a company with a limited operating history. These companies, generally newly created, are in a phase of development and research for markets.
In his acceptance speech at the Crunchies (see from 3:00), Zucky said “we are deeply humbled to be still recognised in the start-up community”. That says he knows him winning the award for a start-up is humorous!
Seriously, if Facebook is still a start-up company what are all the companies that have been given 20 grand just after Y combinator graduation called? Maybe we need a reminder of what a start-up is. The term had been used basically to define Internet companies created in the dot com era as they differentiated themselves from traditional companies as they required basically cranial capital to create and few employees to start out. But since Microsoft and Google were winners in the crunchies, maybe Internet Company = Start-up
Like I sad before, I do not know what an Internet start-up (based on the old definition) is, but I would propose a filter to say the ones that are not. I suggest any company that
- has more than 50 employees OR
- is above 3 years old OR
- has more than one million dollars in cash or revenue
is not a start-up.
To be honest I do not think the word start-up means anything these days. Internet companies are more prevalent that brick and mortar companies so there is nothing special about them. Maybe we should just scrap the word start-up and call it what is should be, an Internet Company.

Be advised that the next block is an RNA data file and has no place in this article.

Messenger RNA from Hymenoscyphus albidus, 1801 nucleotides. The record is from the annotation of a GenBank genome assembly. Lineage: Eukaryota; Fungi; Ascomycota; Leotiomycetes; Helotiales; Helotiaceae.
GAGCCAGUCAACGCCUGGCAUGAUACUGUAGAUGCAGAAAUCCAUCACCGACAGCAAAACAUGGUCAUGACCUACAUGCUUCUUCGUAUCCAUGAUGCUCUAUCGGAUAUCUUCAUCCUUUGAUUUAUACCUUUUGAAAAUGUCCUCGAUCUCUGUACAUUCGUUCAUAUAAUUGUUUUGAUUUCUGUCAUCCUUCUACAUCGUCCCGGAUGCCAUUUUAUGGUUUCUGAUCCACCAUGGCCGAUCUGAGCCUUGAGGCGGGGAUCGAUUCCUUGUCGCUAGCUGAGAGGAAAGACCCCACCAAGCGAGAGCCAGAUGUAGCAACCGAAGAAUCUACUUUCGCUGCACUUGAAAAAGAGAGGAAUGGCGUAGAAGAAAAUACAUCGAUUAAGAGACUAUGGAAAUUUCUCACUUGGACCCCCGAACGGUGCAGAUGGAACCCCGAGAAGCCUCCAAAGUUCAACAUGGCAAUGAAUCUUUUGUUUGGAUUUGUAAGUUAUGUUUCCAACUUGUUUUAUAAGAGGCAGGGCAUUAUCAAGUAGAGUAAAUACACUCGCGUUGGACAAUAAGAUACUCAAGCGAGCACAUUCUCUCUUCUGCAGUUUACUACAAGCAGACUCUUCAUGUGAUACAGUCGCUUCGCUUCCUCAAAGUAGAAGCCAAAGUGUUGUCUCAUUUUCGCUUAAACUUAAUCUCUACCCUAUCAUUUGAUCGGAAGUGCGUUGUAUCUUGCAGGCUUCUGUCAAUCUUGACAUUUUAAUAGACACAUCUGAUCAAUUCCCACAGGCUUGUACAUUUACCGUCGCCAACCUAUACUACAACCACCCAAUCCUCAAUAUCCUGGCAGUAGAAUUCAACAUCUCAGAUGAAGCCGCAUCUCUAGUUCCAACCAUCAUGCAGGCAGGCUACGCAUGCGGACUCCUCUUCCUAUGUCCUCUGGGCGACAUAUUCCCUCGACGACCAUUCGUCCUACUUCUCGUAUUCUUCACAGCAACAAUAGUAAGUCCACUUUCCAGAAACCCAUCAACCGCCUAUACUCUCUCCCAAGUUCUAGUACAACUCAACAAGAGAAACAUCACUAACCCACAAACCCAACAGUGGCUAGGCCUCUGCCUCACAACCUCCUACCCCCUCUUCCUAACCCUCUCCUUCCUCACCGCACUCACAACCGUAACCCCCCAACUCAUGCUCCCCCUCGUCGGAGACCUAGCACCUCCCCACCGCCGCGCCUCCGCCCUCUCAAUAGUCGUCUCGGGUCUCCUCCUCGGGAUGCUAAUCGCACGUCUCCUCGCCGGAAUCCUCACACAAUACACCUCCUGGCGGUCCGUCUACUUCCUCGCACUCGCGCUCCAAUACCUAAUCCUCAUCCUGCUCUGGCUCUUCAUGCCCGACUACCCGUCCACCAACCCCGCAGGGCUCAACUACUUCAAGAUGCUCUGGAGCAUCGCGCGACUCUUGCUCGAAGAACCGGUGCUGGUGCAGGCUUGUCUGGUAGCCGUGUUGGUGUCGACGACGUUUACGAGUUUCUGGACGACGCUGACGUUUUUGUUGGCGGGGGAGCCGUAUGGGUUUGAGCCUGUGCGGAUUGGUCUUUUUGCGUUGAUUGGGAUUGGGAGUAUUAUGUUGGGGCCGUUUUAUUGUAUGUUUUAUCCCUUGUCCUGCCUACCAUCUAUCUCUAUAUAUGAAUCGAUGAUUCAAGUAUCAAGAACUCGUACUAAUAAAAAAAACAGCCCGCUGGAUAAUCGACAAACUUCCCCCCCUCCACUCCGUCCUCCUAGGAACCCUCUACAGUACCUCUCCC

Congratulations Facebook! for being the best Internet company! You guys are the bomb!
This post was initially titled “Where should the startup hub in UK be? Hint: NOT London!” of which the central theme was; although London is the hub of internet technology in UK, it should not be because of the high cost of living which eliminates startups between idea and Y Combinatior graduation stage (product fitness). I also stated that because of the importance of a living community tied to Universities like that which exists in the Valley (Stanford and Berkley), London is NOT conducive, as the Universities there are deep inside the city. I tried to propose a hub location by comparing Cambridge, Oxford, London, and Warwick (my University). While researching for my write up, I realized that there are greater challenges to the UK start-up scene than having a main hub .